1A person belonging to a preliterate, non-industrial society: reports of travellers and missionaries described contemporary primitives
More example sentences
  • The difficulty with this strategy was that it tended to provide ample room for the reproduction of stereotypical views regarding the barbarism of the primitive.
  • An aboriginal group of primitives known as the Mud People is about to perform a ritual execution of one of their own when a peculiar object appears in their midst: a croquet ball.
  • Because of the harsh cold weather, the once theorized Bering Strait that was thought to have frozen over to allow the primitives to cross to North America, was now again solidly frozen.
2A pre-Renaissance painter, or one who imitates the pre-Renaissance style.
Example sentences
  • Theirs was no retrograde revival of past styles, but a reworking of Giotto and the Italian primitives through a modernist lens, specifically, the ironic classicism of Giorgio de Chirico.
  • He reacted intensely to the experience of his Italian visits, the first in 1883, becoming a lifelong admirer of the Italian primitives.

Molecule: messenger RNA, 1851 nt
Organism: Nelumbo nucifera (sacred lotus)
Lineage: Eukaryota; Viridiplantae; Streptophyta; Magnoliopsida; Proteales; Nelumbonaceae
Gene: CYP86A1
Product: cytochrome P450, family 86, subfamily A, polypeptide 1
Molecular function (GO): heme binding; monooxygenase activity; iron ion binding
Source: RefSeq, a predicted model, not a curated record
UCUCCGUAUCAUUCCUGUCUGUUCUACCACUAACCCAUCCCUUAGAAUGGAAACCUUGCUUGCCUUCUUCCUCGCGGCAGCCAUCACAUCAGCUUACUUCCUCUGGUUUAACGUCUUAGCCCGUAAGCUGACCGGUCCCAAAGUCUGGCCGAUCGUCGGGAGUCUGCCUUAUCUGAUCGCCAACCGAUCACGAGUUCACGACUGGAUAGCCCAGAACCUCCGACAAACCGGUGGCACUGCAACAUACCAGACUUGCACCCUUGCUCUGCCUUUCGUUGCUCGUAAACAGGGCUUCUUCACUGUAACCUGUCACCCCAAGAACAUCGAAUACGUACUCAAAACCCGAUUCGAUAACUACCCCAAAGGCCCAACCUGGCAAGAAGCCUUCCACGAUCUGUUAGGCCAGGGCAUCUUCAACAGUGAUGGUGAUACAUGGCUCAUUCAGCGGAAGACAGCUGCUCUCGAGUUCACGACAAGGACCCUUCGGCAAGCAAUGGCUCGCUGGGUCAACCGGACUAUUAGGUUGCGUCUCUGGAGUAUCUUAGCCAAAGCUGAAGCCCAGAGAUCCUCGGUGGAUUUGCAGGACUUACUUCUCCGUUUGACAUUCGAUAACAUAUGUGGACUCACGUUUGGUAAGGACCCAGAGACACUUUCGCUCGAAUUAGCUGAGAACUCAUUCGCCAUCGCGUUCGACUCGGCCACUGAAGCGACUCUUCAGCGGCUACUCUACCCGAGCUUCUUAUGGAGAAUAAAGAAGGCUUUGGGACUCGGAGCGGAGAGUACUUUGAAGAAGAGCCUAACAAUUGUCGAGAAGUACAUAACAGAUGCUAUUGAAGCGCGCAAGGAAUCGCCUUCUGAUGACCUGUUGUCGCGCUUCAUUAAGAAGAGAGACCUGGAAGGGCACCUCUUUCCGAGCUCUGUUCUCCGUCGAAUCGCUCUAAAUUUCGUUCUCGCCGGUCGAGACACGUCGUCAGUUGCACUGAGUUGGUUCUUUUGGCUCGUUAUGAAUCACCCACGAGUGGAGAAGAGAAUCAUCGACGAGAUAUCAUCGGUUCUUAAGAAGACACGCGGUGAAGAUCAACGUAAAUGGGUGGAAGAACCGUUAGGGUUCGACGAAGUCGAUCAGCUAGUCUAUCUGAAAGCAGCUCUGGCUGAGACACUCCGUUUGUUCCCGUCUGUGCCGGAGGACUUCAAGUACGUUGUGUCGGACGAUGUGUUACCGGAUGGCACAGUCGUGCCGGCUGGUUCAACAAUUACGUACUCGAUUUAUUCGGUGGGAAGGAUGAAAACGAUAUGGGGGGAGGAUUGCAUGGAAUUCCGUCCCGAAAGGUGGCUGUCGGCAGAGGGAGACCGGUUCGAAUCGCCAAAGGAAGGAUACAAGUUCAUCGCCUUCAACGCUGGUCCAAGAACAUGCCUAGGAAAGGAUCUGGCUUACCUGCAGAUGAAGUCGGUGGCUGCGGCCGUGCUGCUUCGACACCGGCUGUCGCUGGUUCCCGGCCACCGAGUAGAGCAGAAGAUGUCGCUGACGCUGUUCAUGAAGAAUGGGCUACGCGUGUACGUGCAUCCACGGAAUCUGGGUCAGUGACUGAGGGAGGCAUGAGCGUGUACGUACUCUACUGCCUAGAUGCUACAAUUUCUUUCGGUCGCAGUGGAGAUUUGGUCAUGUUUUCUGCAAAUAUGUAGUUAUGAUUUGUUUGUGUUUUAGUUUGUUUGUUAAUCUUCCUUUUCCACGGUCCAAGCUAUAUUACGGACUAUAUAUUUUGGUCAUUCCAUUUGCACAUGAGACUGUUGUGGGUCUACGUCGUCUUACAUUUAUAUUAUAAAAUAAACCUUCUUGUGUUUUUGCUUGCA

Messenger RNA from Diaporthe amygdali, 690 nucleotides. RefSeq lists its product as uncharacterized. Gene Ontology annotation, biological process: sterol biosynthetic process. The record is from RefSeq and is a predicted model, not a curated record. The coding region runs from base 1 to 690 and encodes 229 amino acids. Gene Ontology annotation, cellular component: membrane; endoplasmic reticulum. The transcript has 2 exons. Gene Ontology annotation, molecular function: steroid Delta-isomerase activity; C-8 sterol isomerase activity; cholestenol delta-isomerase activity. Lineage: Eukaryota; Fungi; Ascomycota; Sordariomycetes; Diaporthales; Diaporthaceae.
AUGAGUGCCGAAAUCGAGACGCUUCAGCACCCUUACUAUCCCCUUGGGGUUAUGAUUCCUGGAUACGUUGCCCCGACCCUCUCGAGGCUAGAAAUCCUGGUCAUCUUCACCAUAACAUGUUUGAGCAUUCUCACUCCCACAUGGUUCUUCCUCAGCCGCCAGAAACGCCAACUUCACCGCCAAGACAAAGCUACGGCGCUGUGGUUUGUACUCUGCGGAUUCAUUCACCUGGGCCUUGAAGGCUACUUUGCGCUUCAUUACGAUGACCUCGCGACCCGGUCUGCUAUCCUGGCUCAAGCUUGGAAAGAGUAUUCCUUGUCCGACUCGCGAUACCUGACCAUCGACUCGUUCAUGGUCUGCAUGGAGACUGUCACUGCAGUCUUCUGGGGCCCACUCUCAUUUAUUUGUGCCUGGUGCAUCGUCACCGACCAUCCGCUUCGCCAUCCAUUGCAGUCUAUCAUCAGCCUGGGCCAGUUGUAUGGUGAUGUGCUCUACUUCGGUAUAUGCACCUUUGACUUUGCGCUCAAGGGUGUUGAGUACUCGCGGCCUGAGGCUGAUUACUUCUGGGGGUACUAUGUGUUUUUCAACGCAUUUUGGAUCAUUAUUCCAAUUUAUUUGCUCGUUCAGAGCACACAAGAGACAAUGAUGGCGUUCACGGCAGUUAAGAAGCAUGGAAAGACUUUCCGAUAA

• This rigorous preparation helps explain her meticulous style; equally important were the influences encountered in the Prado Museum, especially Northern and Italian primitives and Spanish masters.
2.1An artist deliberately employing a simple, naive style: the Catalan primitives
More example sentences
  • At the same time, he was a self-taught, strongly independent painter who considered himself a primitive.
  • In its infancy, Pyat explains, the modern community of painters comprised a small group of heroic primitives, drawn together by their common devotion to their craft but polarized by rivalry and ambition.
2.2A painting by a primitive artist, or an object in a primitive style: Santa Fe style antiques and Mexican primitives Ohio primitives such as treenware utensils
More example sentences
  • Ironically, he had purchased some of the twenty primitives in the group from the Downtown Gallery.
  • Paul Gauguin's primitive was not Pablo Picasso's, and - despite their mutual reliance on West Mexican grave goods as source materials - Kahlua's primitives were not Kahlo's.
  • From the caves of Lascaux to the clay or stone figures made by primitives and modernists, animal likenesses or essences have abounded in humankind's representational practices.
3 Linguistics A word, base, or root from which another is historically derived.
Example sentences
  • And although one should be cautious about saying that there is a simple list of semantical primitives, it does seem reasonable to maintain that Aristotelians had unearthed most of the major ones.
  • Thus, if we were to break down nouns such as man and woman, boy and girl into their semantic primitives, we would analyse them as shown in Table 4.2.